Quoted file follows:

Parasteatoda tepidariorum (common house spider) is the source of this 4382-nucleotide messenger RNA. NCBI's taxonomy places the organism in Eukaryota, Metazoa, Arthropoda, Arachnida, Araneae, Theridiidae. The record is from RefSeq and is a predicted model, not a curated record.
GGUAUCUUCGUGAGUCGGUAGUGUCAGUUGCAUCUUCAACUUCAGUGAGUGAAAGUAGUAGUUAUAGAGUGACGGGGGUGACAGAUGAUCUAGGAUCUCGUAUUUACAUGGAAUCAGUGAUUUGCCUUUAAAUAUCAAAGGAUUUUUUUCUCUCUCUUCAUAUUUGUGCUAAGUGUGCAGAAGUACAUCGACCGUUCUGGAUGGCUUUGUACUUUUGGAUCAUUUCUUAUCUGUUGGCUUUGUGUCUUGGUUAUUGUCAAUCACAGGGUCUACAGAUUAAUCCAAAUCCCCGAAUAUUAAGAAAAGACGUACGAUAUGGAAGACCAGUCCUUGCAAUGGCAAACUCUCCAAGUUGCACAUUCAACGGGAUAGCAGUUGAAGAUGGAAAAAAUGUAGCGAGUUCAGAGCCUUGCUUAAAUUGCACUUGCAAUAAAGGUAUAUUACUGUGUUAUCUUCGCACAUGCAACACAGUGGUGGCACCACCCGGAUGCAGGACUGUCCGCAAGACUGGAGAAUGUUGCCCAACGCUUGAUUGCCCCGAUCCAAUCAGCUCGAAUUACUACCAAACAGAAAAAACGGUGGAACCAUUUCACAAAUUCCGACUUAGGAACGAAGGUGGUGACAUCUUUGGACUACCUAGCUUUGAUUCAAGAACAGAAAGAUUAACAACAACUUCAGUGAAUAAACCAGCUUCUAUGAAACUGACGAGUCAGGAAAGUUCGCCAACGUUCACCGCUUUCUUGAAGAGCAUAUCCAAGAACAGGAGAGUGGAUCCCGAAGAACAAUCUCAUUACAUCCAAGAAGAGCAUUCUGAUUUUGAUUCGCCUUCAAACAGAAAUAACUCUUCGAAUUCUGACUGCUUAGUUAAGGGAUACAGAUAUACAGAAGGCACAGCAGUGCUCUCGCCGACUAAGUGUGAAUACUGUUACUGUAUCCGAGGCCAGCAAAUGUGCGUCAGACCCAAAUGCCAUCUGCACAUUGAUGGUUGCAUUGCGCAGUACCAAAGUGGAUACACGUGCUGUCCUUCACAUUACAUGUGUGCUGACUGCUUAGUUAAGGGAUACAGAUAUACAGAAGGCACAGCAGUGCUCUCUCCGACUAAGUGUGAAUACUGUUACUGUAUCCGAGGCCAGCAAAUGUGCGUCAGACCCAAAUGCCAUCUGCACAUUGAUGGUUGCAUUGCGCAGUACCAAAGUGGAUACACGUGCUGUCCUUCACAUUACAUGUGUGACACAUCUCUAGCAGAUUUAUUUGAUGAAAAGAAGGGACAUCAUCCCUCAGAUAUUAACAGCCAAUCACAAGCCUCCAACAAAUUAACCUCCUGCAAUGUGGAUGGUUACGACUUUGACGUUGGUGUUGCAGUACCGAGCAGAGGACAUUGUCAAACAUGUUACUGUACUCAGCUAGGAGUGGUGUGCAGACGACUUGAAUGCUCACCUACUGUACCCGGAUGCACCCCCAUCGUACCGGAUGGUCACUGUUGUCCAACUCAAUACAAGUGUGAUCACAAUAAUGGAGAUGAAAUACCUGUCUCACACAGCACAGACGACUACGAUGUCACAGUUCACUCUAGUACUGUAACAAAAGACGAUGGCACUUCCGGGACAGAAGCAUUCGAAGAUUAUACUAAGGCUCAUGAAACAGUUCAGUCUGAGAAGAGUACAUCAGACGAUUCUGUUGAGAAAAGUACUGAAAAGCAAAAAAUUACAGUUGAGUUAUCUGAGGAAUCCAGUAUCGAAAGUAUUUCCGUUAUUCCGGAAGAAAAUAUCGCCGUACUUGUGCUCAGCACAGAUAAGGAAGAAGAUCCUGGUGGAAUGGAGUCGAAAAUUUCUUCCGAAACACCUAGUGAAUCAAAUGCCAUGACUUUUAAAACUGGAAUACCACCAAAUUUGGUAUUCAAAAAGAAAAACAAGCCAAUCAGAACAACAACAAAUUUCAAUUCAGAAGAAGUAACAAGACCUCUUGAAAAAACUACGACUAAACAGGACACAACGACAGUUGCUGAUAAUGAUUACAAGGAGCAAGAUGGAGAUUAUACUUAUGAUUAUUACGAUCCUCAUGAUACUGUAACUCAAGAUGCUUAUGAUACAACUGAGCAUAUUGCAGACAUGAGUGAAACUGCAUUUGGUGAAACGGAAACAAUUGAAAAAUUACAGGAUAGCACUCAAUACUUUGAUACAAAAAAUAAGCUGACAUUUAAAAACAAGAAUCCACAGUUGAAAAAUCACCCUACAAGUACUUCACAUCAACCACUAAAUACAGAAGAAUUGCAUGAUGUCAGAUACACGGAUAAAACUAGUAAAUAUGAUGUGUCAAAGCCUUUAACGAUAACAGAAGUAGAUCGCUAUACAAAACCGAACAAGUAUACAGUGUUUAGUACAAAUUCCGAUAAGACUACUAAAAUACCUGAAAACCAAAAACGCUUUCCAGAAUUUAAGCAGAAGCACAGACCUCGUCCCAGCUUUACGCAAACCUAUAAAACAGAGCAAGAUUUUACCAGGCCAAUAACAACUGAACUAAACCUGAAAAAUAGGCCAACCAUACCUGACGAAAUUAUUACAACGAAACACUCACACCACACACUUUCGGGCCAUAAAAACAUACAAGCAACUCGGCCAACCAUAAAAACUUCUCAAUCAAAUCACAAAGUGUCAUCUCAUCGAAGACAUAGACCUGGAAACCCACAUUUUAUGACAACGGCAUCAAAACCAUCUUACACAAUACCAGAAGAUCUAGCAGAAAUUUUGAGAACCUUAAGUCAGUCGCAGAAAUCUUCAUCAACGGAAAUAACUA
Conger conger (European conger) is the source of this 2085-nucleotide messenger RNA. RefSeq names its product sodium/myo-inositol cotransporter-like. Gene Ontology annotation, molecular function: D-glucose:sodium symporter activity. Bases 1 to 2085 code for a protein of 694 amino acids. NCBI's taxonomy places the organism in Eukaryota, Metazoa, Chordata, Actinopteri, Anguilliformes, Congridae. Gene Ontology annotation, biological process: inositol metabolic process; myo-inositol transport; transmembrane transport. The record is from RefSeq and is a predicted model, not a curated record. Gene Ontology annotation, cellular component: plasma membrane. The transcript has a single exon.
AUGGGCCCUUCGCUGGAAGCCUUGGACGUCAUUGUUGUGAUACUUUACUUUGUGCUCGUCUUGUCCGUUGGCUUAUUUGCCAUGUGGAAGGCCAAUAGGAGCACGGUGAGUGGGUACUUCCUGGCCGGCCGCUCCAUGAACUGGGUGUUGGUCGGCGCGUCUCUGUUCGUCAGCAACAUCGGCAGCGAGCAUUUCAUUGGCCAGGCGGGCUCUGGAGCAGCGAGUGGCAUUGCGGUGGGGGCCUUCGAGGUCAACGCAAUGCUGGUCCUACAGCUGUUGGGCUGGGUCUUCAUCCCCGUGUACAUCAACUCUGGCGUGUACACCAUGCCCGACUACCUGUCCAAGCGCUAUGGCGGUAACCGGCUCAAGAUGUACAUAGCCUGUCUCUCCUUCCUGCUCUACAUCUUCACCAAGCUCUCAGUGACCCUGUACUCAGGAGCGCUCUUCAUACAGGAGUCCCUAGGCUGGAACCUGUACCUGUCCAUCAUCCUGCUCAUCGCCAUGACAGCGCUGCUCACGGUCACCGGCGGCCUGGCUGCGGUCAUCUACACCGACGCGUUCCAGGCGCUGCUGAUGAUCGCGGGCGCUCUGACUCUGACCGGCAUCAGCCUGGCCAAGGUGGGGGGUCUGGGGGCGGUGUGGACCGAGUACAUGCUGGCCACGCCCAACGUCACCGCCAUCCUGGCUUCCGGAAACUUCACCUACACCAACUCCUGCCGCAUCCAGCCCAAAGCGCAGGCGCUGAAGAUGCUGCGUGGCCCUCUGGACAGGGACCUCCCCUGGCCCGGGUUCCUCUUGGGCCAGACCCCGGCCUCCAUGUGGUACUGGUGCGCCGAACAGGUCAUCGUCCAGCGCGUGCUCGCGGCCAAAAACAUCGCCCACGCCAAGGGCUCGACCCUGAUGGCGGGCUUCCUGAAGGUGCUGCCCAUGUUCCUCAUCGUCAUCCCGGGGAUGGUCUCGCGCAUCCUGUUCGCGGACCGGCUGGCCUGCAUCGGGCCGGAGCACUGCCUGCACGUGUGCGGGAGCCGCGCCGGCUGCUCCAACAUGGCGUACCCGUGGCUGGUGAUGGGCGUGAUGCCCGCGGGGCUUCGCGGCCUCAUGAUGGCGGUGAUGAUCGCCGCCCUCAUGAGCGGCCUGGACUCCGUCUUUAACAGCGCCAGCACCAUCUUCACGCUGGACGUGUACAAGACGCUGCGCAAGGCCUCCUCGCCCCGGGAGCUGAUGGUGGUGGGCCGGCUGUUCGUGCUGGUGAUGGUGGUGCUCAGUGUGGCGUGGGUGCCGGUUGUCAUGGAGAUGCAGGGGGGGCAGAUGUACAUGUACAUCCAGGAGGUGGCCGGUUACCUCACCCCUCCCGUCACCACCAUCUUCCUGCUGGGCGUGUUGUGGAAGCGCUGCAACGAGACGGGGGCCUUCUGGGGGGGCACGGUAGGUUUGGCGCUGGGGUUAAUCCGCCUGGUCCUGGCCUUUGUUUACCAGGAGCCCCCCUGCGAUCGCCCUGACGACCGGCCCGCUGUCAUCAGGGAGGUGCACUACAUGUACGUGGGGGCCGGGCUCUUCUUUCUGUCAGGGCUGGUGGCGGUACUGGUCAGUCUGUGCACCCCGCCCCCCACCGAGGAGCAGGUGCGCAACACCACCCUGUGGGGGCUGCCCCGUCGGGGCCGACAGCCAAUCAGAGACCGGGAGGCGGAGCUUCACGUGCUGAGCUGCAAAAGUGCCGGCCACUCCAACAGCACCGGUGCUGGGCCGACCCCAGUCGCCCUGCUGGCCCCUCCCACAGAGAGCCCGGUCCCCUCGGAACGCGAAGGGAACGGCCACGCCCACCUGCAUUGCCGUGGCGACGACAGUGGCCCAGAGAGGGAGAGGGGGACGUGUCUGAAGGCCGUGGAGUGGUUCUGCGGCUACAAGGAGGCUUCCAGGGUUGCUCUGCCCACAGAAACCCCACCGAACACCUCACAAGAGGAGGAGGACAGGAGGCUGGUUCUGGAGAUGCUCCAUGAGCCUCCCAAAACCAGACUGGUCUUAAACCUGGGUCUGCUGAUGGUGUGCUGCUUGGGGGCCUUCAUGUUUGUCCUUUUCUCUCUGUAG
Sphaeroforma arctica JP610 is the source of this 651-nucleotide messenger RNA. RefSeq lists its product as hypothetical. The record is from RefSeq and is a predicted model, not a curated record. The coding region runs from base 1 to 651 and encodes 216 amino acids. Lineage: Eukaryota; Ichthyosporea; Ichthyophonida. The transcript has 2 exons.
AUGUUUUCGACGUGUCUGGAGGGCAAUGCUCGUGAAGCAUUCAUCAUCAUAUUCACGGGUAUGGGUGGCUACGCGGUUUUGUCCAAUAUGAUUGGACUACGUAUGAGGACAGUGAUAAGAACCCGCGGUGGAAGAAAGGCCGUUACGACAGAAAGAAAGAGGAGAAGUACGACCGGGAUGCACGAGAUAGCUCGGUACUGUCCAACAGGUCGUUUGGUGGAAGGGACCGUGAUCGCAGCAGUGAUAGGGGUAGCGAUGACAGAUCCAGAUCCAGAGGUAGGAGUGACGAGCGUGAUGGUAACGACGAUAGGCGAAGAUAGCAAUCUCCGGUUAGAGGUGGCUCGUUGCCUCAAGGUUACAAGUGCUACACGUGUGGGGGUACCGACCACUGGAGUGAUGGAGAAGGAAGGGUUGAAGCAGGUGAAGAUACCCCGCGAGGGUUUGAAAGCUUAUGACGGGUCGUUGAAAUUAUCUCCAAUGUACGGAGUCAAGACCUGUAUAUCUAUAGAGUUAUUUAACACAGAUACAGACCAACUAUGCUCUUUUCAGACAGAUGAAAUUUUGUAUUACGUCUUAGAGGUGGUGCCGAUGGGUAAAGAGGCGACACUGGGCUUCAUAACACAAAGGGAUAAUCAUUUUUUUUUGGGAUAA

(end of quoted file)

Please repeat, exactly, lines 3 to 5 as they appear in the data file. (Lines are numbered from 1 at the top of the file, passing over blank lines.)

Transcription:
Conger conger (European conger) is the source of this 2085-nucleotide messenger RNA. RefSeq names its product sodium/myo-inositol cotransporter-like. Gene Ontology annotation, molecular function: D-glucose:sodium symporter activity. Bases 1 to 2085 code for a protein of 694 amino acids. NCBI's taxonomy places the organism in Eukaryota, Metazoa, Chordata, Actinopteri, Anguilliformes, Congridae. Gene Ontology annotation, biological process: inositol metabolic process; myo-inositol transport; transmembrane transport. The record is from RefSeq and is a predicted model, not a curated record. Gene Ontology annotation, cellular component: plasma membrane. The transcript has a single exon.
AUGGGCCCUUCGCUGGAAGCCUUGGACGUCAUUGUUGUGAUACUUUACUUUGUGCUCGUCUUGUCCGUUGGCUUAUUUGCCAUGUGGAAGGCCAAUAGGAGCACGGUGAGUGGGUACUUCCUGGCCGGCCGCUCCAUGAACUGGGUGUUGGUCGGCGCGUCUCUGUUCGUCAGCAACAUCGGCAGCGAGCAUUUCAUUGGCCAGGCGGGCUCUGGAGCAGCGAGUGGCAUUGCGGUGGGGGCCUUCGAGGUCAACGCAAUGCUGGUCCUACAGCUGUUGGGCUGGGUCUUCAUCCCCGUGUACAUCAACUCUGGCGUGUACACCAUGCCCGACUACCUGUCCAAGCGCUAUGGCGGUAACCGGCUCAAGAUGUACAUAGCCUGUCUCUCCUUCCUGCUCUACAUCUUCACCAAGCUCUCAGUGACCCUGUACUCAGGAGCGCUCUUCAUACAGGAGUCCCUAGGCUGGAACCUGUACCUGUCCAUCAUCCUGCUCAUCGCCAUGACAGCGCUGCUCACGGUCACCGGCGGCCUGGCUGCGGUCAUCUACACCGACGCGUUCCAGGCGCUGCUGAUGAUCGCGGGCGCUCUGACUCUGACCGGCAUCAGCCUGGCCAAGGUGGGGGGUCUGGGGGCGGUGUGGACCGAGUACAUGCUGGCCACGCCCAACGUCACCGCCAUCCUGGCUUCCGGAAACUUCACCUACACCAACUCCUGCCGCAUCCAGCCCAAAGCGCAGGCGCUGAAGAUGCUGCGUGGCCCUCUGGACAGGGACCUCCCCUGGCCCGGGUUCCUCUUGGGCCAGACCCCGGCCUCCAUGUGGUACUGGUGCGCCGAACAGGUCAUCGUCCAGCGCGUGCUCGCGGCCAAAAACAUCGCCCACGCCAAGGGCUCGACCCUGAUGGCGGGCUUCCUGAAGGUGCUGCCCAUGUUCCUCAUCGUCAUCCCGGGGAUGGUCUCGCGCAUCCUGUUCGCGGACCGGCUGGCCUGCAUCGGGCCGGAGCACUGCCUGCACGUGUGCGGGAGCCGCGCCGGCUGCUCCAACAUGGCGUACCCGUGGCUGGUGAUGGGCGUGAUGCCCGCGGGGCUUCGCGGCCUCAUGAUGGCGGUGAUGAUCGCCGCCCUCAUGAGCGGCCUGGACUCCGUCUUUAACAGCGCCAGCACCAUCUUCACGCUGGACGUGUACAAGACGCUGCGCAAGGCCUCCUCGCCCCGGGAGCUGAUGGUGGUGGGCCGGCUGUUCGUGCUGGUGAUGGUGGUGCUCAGUGUGGCGUGGGUGCCGGUUGUCAUGGAGAUGCAGGGGGGGCAGAUGUACAUGUACAUCCAGGAGGUGGCCGGUUACCUCACCCCUCCCGUCACCACCAUCUUCCUGCUGGGCGUGUUGUGGAAGCGCUGCAACGAGACGGGGGCCUUCUGGGGGGGCACGGUAGGUUUGGCGCUGGGGUUAAUCCGCCUGGUCCUGGCCUUUGUUUACCAGGAGCCCCCCUGCGAUCGCCCUGACGACCGGCCCGCUGUCAUCAGGGAGGUGCACUACAUGUACGUGGGGGCCGGGCUCUUCUUUCUGUCAGGGCUGGUGGCGGUACUGGUCAGUCUGUGCACCCCGCCCCCCACCGAGGAGCAGGUGCGCAACACCACCCUGUGGGGGCUGCCCCGUCGGGGCCGACAGCCAAUCAGAGACCGGGAGGCGGAGCUUCACGUGCUGAGCUGCAAAAGUGCCGGCCACUCCAACAGCACCGGUGCUGGGCCGACCCCAGUCGCCCUGCUGGCCCCUCCCACAGAGAGCCCGGUCCCCUCGGAACGCGAAGGGAACGGCCACGCCCACCUGCAUUGCCGUGGCGACGACAGUGGCCCAGAGAGGGAGAGGGGGACGUGUCUGAAGGCCGUGGAGUGGUUCUGCGGCUACAAGGAGGCUUCCAGGGUUGCUCUGCCCACAGAAACCCCACCGAACACCUCACAAGAGGAGGAGGACAGGAGGCUGGUUCUGGAGAUGCUCCAUGAGCCUCCCAAAACCAGACUGGUCUUAAACCUGGGUCUGCUGAUGGUGUGCUGCUUGGGGGCCUUCAUGUUUGUCCUUUUCUCUCUGUAG
Sphaeroforma arctica JP610 is the source of this 651-nucleotide messenger RNA. RefSeq lists its product as hypothetical. The record is from RefSeq and is a predicted model, not a curated record. The coding region runs from base 1 to 651 and encodes 216 amino acids. Lineage: Eukaryota; Ichthyosporea; Ichthyophonida. The transcript has 2 exons.